A piece published on the website of Justice for Men & Boys (and the women who love them), the political party of which I’m the chairman, in October 2018:
Amy Lamé, London’s night tsar
A piece in today’s Times by Andrew Ellson, Consumer Affairs Correspondent, emphases ours:
A chicken caesar ciabatta roll is, by most standards, a fairly inoffensive item. But Waitrose has run into trouble on social media for choosing too literal a description for its £2.85 “Gentleman’s smoked chicken caesar roll”, part of a range designed by Heston Blumenthal, the Michelin-starred chef.
The roll contains Gentleman’s Relish, a highly seasoned anchovy paste. Twitter users, however, were not impressed by this micro aggression against women. Amy Lamé, the mayor of London’s night tsar, posted an image of the product with the message: “I never knew sandwiches were gender specific. I’m female but thankfully Waitrose let me purchase this anyway.”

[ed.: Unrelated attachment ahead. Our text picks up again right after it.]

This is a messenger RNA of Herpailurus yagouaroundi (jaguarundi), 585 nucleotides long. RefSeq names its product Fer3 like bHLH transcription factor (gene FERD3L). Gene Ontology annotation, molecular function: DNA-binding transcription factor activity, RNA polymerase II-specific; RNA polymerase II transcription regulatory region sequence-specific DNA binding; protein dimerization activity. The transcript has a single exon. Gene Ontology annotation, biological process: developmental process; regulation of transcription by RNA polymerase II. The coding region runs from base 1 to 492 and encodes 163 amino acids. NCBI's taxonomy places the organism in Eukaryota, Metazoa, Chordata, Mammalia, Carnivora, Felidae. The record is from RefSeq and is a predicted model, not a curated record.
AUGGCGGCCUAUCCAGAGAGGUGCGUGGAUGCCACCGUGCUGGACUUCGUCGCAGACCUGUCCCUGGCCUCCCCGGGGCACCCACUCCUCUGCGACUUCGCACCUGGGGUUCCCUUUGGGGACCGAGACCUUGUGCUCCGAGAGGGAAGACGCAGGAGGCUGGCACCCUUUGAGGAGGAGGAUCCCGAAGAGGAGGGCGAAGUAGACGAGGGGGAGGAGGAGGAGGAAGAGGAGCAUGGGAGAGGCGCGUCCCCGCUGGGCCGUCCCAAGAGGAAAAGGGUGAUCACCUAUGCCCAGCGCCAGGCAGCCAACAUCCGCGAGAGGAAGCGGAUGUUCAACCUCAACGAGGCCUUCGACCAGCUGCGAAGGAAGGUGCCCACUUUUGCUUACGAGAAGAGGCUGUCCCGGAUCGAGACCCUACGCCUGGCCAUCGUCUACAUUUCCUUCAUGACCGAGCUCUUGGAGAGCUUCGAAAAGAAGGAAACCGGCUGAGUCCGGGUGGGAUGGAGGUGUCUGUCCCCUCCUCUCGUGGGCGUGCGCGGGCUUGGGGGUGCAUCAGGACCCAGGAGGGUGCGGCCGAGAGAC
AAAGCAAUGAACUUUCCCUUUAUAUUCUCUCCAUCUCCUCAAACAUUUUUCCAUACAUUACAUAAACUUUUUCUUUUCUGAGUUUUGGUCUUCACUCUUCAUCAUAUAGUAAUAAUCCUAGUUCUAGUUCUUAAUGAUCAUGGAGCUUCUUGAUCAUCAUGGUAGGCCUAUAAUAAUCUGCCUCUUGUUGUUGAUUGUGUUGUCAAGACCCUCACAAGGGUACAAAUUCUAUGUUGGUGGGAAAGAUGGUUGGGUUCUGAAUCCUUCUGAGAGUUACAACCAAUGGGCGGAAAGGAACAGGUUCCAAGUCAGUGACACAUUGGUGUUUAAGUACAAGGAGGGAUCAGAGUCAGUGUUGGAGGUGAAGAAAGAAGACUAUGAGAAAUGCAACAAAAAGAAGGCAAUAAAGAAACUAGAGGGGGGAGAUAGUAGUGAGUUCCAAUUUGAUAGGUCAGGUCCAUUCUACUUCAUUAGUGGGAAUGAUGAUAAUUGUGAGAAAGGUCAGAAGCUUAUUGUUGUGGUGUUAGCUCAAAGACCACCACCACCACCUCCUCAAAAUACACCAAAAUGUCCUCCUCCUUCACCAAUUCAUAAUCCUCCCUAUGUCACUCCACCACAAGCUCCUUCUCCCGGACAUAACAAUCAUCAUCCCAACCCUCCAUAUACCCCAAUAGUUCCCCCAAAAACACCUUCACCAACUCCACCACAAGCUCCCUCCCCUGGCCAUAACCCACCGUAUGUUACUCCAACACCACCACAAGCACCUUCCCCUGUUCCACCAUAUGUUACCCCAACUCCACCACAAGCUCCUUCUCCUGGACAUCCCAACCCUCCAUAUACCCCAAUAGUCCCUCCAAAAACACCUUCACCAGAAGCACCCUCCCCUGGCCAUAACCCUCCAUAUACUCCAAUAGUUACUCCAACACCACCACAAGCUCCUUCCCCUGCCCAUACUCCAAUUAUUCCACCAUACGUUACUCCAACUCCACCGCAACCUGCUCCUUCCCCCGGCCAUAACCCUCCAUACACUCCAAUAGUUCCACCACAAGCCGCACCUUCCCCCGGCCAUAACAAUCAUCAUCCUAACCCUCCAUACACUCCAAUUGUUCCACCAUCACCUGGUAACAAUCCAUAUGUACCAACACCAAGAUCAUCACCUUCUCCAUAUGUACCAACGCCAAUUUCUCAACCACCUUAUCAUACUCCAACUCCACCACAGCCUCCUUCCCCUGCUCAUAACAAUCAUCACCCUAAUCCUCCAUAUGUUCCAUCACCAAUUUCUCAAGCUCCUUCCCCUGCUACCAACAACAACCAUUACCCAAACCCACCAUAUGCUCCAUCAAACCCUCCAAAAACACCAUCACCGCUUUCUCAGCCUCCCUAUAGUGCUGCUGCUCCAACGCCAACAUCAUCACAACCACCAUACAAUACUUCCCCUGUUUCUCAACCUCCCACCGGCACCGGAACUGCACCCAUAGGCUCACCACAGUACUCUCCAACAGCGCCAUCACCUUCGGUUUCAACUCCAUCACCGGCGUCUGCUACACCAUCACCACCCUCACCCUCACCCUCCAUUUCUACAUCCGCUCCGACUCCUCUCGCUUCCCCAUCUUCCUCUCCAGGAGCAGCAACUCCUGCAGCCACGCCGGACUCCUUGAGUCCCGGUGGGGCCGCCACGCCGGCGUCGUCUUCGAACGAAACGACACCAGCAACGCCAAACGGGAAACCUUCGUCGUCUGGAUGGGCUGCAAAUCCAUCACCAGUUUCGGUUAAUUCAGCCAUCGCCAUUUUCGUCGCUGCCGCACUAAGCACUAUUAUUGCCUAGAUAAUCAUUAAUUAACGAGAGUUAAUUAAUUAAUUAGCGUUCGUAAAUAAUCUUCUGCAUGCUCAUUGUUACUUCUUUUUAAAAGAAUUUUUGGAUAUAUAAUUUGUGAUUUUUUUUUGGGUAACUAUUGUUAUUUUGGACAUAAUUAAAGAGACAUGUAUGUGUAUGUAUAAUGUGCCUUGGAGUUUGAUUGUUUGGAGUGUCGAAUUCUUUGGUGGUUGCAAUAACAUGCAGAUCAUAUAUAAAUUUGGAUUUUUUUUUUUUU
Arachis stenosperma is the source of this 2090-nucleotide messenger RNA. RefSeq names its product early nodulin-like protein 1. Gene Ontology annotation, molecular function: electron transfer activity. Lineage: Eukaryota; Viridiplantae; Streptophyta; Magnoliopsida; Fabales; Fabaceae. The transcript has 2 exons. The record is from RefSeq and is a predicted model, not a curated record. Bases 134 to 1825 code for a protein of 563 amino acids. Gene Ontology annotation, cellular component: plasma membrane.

Ms Lamé tagged the account Everyday Sexism, which documents instances of sexism. Her followers were quick to take offence, describing it as “outrageous” and “ridiculous”.
Waitrose said: “It’s never our intention to cause offence. We’re not dictating who should eat this sandwich. We hope anyone who tries it will love the distinctive flavours. However, we are planning to change the name soon.”
The “gentleman’s roll” is not the first product to fall foul of sexism claims. In 2002 Nestlé started marketing Yorkie bars as “Not for girls”. The slogan was used for ten years before being dropped.
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